Walking, but with words

Strolling down the street with your nose in a book can be a physical challenge (don’t trip during that thriller’s denouement!). StoryWalk makes it possible to walk and read at the same time by posting laminated, sequential pages from picture books along half-mile stretches in neighborhoods around the U.S. and in a dozen other countries.

So far, thousands of kid’s books have gone up on tree trunks in city parks, in store windows, or on stakes along sidewalks. It’s been particularly popular with public libraries during the pandemic, says founder Anne Ferguson, who developed the program in collaboration with Montpelier, Vermont’s Kellogg-Hubbard Library. “Libraries are saying, ‘This is what we need—something outdoors, a safe distance apart.’” Some erect a StoryWalk for a day or two, others for a week or two; a few have children produce their own tales.

Books on two—or three—wheels

Think of book bikes as the eco-friendly offspring of an old-fashioned bookmobile and a mobile library. The bikes—or trikes—look a little like ice-cream carts, but they deliver novels, picture books, and biographies, not bonbons. The rolling repositories include the Seattle Public Library’s fleet of three bike trailers and the Paperback Rider, an ambulatory Little Free Library in La Crosse, Wisconsin, that gave away 980 tomes in 2019.

Each Icicle Tricycle custom book trike has shelves that can hold more than 150 books. Made in Portland, Oregon, they’ve rolled into Canada for the Yukon Literacy Coalition and Western Michigan for Reading Now Network events focused on early literacy. “The book bike is a smaller scale than a big bookmobile, and more approachable,” says creator Ryan Icicle. “They’re getting into communities that may not have library services.”

Last year, the Scottsdale, Arizona Public Library got its own, uniquely Wild West-themed delivery vehicle: a Pedal Positive book bike gussied up to resemble a covered wagon.

From page to podcast

Bookmark these public library podcasts for inspiration on what to read next. The New York Public Library’s biweekly The Librarian Is In alternates between freeform interchanges about new titles and a more traditional book club. And the British Library’s Anything But Silent podcast chats up authors (e.g. Simon Doonan, Samra Habib) and explores literary news such as the university professor who is turning classics like Treasure Island into video games to encourage kids to read.

Melanie D.G. Kaplan is a Washington, D.C. travel writer. Follow her on Twitter.

Reviews: 'Little Big Bully,' by Heid E. Erdrich; 'An Incomplete List of Names,' by Michael Torres; 'The Century' by Éireann Lorsung; 'Island of the Innocent,' by Diane Glancy

POETRY: Four new collections of poetry by writers with ties to Minnesota address the problems of the world. 
By Elizabeth Hoover Special to the Star Tribune -- OCTOBER 4, 2020

Minitex Messenger: October 2, 2020


Cool Libraries Around The Globe
from National Geographic
Click above for the October 2020 Newsletter holding many resources.

New Toolkit to Help Youth Experiencing Financial Insecurity and Homelessness

October 4, 2020ALSC Library Service to Underserved Children and Their Caregivers


The Arrowhead Library System (ALS) Governing Board has designated funds for mini grants to enhance library spaces, services, and programming at the local level. Mini grants are open to all ALS member public, school, academic, and special libraries in the ALS seven-county service area. The 2020 ALS Mini Grant Application is now available at https://www.alslib.info/for-library-staff/library-training/.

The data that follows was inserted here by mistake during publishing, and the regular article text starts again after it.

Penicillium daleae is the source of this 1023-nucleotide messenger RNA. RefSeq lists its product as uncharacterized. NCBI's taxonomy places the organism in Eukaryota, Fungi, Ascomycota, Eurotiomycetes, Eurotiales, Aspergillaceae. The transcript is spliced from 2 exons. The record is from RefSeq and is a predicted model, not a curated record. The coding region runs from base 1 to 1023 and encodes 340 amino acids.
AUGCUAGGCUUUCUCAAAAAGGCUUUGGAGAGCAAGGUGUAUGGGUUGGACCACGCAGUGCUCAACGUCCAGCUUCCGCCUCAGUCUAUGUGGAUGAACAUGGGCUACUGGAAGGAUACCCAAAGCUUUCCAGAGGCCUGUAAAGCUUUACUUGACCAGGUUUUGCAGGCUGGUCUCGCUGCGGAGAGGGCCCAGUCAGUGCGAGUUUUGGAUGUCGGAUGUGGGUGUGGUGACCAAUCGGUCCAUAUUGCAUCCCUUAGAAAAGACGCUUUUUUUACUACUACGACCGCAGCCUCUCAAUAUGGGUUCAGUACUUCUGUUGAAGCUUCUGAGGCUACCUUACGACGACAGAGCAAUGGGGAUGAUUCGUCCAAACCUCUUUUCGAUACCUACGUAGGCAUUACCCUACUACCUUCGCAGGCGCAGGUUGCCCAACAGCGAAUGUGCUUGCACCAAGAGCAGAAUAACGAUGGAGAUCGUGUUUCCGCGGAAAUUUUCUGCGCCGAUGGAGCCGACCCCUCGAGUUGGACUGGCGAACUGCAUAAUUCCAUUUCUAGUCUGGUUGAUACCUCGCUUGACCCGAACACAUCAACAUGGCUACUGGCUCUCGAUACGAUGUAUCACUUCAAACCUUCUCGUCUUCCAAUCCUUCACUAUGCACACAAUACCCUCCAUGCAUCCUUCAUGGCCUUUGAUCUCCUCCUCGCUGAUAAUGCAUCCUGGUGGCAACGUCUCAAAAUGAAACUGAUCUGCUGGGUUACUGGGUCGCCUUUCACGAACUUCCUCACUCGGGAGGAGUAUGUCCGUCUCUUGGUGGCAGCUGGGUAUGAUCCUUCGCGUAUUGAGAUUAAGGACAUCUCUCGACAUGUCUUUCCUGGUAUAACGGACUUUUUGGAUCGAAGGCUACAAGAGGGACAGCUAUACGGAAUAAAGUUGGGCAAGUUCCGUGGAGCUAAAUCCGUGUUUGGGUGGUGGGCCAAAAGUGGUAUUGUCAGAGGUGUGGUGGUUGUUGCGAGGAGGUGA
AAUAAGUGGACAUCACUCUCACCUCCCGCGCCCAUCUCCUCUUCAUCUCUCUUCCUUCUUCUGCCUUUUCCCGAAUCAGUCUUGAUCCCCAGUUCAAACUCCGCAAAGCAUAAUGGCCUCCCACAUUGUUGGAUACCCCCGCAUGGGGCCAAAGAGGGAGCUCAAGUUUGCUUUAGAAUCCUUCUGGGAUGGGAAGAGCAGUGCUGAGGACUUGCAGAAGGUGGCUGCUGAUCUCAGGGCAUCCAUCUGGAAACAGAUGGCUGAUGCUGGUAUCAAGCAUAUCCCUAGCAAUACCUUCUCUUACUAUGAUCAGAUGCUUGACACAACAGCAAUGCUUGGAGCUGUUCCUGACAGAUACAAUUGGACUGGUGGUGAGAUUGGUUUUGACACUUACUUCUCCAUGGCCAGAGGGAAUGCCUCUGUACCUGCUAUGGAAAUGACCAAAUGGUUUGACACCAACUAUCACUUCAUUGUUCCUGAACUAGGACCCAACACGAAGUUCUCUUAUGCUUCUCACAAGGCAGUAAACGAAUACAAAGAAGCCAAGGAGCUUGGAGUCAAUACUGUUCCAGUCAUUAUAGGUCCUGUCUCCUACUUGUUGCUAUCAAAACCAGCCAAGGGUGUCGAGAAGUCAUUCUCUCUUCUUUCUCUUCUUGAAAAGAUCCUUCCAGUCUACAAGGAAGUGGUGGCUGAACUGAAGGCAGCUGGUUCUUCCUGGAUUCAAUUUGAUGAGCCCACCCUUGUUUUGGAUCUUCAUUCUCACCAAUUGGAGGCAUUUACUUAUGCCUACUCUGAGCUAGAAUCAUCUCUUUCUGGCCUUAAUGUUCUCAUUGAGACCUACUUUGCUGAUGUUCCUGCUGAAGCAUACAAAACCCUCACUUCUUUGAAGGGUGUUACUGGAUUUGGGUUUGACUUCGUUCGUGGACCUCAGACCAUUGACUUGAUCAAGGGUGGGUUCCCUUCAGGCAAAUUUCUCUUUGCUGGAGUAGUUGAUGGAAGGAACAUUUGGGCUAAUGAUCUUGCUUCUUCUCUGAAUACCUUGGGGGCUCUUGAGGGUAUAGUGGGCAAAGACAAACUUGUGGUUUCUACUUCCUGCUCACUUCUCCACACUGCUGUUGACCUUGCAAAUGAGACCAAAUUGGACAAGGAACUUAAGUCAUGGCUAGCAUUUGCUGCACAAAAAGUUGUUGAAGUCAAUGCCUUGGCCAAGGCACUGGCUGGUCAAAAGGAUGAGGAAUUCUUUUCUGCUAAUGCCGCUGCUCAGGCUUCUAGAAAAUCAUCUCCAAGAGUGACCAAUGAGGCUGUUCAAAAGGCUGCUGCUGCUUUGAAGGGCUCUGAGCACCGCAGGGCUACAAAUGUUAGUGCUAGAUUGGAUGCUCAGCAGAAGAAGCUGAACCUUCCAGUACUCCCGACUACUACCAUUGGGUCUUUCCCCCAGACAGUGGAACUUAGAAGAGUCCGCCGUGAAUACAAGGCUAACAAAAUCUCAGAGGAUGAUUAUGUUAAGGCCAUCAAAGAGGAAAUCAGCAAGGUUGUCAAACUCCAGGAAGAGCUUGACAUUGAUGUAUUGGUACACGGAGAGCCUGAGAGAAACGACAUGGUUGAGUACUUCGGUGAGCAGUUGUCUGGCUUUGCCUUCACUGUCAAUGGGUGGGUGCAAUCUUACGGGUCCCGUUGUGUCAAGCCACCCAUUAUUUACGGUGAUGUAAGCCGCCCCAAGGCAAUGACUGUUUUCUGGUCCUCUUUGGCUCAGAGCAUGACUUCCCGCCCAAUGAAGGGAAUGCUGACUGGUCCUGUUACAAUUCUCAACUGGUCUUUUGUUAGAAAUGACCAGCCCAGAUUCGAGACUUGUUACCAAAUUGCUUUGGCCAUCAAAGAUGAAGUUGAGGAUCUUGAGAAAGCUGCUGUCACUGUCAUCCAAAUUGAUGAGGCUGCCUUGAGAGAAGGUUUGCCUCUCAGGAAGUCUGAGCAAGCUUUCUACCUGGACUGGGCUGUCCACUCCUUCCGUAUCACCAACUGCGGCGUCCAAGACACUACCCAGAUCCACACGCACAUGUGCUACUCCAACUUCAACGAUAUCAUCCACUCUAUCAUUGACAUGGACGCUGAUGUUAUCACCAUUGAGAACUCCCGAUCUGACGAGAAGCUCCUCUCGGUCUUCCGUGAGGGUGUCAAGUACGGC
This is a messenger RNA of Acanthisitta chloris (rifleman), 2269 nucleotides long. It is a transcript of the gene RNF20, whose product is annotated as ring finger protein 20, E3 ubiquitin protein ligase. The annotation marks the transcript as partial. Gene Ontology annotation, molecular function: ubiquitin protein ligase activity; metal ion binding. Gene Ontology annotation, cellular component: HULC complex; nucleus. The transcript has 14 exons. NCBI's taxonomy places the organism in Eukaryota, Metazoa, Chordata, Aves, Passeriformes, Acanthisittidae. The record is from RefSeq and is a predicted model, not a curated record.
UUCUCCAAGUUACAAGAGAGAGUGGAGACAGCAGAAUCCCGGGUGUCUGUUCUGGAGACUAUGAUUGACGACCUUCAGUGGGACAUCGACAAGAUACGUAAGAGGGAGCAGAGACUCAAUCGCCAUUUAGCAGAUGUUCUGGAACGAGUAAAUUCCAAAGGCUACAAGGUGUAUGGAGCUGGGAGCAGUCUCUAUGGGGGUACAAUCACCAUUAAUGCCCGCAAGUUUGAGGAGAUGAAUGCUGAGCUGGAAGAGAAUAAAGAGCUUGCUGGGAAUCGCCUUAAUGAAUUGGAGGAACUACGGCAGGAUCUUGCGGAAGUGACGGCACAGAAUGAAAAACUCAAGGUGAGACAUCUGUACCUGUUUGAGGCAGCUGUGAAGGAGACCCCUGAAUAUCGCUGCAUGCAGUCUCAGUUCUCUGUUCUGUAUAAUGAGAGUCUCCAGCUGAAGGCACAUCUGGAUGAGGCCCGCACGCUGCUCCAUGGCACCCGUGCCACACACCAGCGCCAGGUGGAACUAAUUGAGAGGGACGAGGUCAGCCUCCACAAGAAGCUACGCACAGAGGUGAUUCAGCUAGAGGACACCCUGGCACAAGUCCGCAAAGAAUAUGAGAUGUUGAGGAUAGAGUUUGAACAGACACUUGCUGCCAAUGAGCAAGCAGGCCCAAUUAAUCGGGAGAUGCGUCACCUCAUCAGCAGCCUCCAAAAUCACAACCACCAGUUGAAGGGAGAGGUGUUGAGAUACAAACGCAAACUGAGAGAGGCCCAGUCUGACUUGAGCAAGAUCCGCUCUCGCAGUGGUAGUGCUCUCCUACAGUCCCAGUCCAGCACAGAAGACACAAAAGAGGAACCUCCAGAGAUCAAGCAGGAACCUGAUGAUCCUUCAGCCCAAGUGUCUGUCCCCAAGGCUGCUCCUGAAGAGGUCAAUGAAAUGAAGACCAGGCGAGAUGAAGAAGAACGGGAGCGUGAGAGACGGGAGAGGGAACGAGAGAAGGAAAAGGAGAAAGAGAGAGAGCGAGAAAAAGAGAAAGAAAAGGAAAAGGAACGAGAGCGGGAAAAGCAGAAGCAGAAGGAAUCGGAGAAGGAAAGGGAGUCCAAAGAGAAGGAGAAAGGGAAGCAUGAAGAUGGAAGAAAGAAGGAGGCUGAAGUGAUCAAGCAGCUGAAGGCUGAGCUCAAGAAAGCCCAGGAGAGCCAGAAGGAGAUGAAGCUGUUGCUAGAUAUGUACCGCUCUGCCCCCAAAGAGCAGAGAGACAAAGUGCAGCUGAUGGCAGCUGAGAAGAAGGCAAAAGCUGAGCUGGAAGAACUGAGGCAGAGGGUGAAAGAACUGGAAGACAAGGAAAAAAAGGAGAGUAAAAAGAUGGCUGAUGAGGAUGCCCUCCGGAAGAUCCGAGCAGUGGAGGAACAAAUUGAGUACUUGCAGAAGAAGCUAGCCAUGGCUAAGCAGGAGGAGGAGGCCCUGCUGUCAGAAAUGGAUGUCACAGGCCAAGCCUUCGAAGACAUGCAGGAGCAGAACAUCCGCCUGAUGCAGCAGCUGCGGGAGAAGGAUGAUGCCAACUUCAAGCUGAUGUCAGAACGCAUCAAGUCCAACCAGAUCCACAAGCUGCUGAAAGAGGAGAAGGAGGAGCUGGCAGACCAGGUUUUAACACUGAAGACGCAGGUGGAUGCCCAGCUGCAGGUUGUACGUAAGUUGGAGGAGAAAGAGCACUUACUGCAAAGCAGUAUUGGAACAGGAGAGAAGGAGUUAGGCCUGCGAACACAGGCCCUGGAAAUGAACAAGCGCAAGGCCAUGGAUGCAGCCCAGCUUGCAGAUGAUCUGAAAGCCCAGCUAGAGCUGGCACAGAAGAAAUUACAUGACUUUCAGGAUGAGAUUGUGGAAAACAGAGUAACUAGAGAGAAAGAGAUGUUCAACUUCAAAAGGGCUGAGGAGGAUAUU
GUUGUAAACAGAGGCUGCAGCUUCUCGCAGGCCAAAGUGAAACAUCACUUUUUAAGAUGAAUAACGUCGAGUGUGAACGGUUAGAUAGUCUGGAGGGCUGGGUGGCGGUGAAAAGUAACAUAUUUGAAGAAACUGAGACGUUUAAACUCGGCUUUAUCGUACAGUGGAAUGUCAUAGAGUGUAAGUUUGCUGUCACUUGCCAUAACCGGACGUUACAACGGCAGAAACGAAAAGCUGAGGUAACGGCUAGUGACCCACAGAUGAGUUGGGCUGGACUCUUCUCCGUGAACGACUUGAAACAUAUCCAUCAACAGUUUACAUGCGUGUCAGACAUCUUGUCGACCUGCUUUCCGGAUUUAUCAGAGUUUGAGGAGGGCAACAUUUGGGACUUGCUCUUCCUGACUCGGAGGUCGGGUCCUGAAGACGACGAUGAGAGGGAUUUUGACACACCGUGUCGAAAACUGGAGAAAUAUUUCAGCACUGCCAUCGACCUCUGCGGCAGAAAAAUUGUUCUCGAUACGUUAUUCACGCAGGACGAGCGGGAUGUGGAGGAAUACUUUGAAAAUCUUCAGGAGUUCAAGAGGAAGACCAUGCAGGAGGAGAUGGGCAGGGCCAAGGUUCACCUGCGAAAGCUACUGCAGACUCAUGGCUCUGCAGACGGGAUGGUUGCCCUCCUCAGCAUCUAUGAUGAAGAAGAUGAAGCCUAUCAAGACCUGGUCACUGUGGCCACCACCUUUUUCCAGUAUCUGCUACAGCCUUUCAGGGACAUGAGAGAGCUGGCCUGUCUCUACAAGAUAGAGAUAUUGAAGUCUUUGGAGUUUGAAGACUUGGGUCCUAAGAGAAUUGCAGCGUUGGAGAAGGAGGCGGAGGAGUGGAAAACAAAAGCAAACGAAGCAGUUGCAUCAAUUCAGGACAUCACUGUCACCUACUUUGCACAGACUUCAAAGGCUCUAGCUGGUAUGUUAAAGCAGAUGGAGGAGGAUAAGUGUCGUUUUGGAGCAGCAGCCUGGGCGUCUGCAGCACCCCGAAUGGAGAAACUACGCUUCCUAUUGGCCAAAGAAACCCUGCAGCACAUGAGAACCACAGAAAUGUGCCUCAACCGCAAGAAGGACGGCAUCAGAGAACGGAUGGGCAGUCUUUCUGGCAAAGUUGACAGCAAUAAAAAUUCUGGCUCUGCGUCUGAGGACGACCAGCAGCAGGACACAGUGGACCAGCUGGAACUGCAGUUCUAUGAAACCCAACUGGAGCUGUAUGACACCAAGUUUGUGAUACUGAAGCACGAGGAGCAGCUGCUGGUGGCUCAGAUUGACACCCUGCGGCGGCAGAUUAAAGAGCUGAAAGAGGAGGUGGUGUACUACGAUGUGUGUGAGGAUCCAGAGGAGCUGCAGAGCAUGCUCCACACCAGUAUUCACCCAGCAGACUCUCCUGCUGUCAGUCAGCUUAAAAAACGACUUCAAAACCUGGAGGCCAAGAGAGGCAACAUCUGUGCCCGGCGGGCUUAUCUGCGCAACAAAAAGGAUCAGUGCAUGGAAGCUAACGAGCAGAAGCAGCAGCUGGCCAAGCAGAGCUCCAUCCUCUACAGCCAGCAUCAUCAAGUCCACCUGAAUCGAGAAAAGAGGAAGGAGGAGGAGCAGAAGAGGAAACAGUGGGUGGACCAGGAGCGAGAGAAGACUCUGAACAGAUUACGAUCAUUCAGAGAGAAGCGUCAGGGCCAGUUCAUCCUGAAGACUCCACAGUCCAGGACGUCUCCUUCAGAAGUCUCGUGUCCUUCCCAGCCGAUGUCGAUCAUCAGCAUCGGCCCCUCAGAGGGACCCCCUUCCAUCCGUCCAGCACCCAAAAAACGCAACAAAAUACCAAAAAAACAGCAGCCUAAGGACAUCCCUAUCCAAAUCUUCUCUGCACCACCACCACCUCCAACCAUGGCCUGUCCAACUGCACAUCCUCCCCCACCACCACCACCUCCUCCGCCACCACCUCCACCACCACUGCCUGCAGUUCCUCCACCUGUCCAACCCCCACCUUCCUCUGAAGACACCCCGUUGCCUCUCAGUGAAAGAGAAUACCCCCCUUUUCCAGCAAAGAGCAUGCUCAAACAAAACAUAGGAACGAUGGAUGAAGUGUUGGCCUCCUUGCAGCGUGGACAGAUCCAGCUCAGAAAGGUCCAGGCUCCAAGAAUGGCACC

We still have over 20 mini grants available to awards in 2020 -- libraries may apply for up to $250.  The deadline for applying is November 13, 2020, and expenses for reimbursement must be made by December 1, 2020.

Find more information at the ALS website HERE.

Carnegie-Whitney Grant
The ALA Publishing Committee provides a grant of up to $5,000 for the preparation of print or electronic reading lists, indexes or other guides to library resources that promote reading or the use of library resources at any type of library.  Applications must be received by November 2, 2020. Recipients will be notified by February 2021. 

For more information and guidelines, review the Carnegie-Whitney Grant Guidelines or contact Mary Jo Bolduc at ALA at mbolduc@ala.org.
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Reimagining Library Service
Wednesday, October 14, 2020 at 12:00pm 

Join us for a collaborative discussion on the impacts a pandemic has on delivery and service models now and into the future. Featuring Stockport Council (UK) and Montville Township Public Library (NJ-US), we’ll focus on how libraries can evolve and thrive as they look forward. With covid-19 disrupting current library service models, join us as we explore endless challenges and opportunities ahead.
GovInfo Phobia: How to Get over that
“Deer in the Headlights” Feeling

October 14 at 1:00 pm

This webinar will help give you a bit of guidance on where to go on the web and how to think about difficult questions. We will focus on the workings of Congress, basic legal questions, statistical and census questions, and even patents. Join us for a stimulating discussion that will make you more confident the next time you are asked about government information. Register Free from Niche Academy HERE.
ALS Public Library Status Update
Open to the public with restrictions and curbside service also available.  Monday and Friday 10:00am - 5:00pm; Tuesday, Wednesday and Thursday 12:00 - 7:00 pm.  Call 218-229-2021 or visit the library's Facebook page for more information.

Open with limitations and offers curbside service Monday - Thursday from 12:00 - 6:00pm and Friday 12:00 - 5:00pm.  Return items to the outside bookdrop. Please call 218-827-3345, see their Facebook page or visit their blog, babbittlibrary.blogspot.com

Open with restrictions and curbside service also available Monday - Friday 10:00am - 5:30pm and Saturday 10:00am - 2:00pm. Returns accepted inside or in bookdrop. Call 218-634-2329 or see their Facebook Page.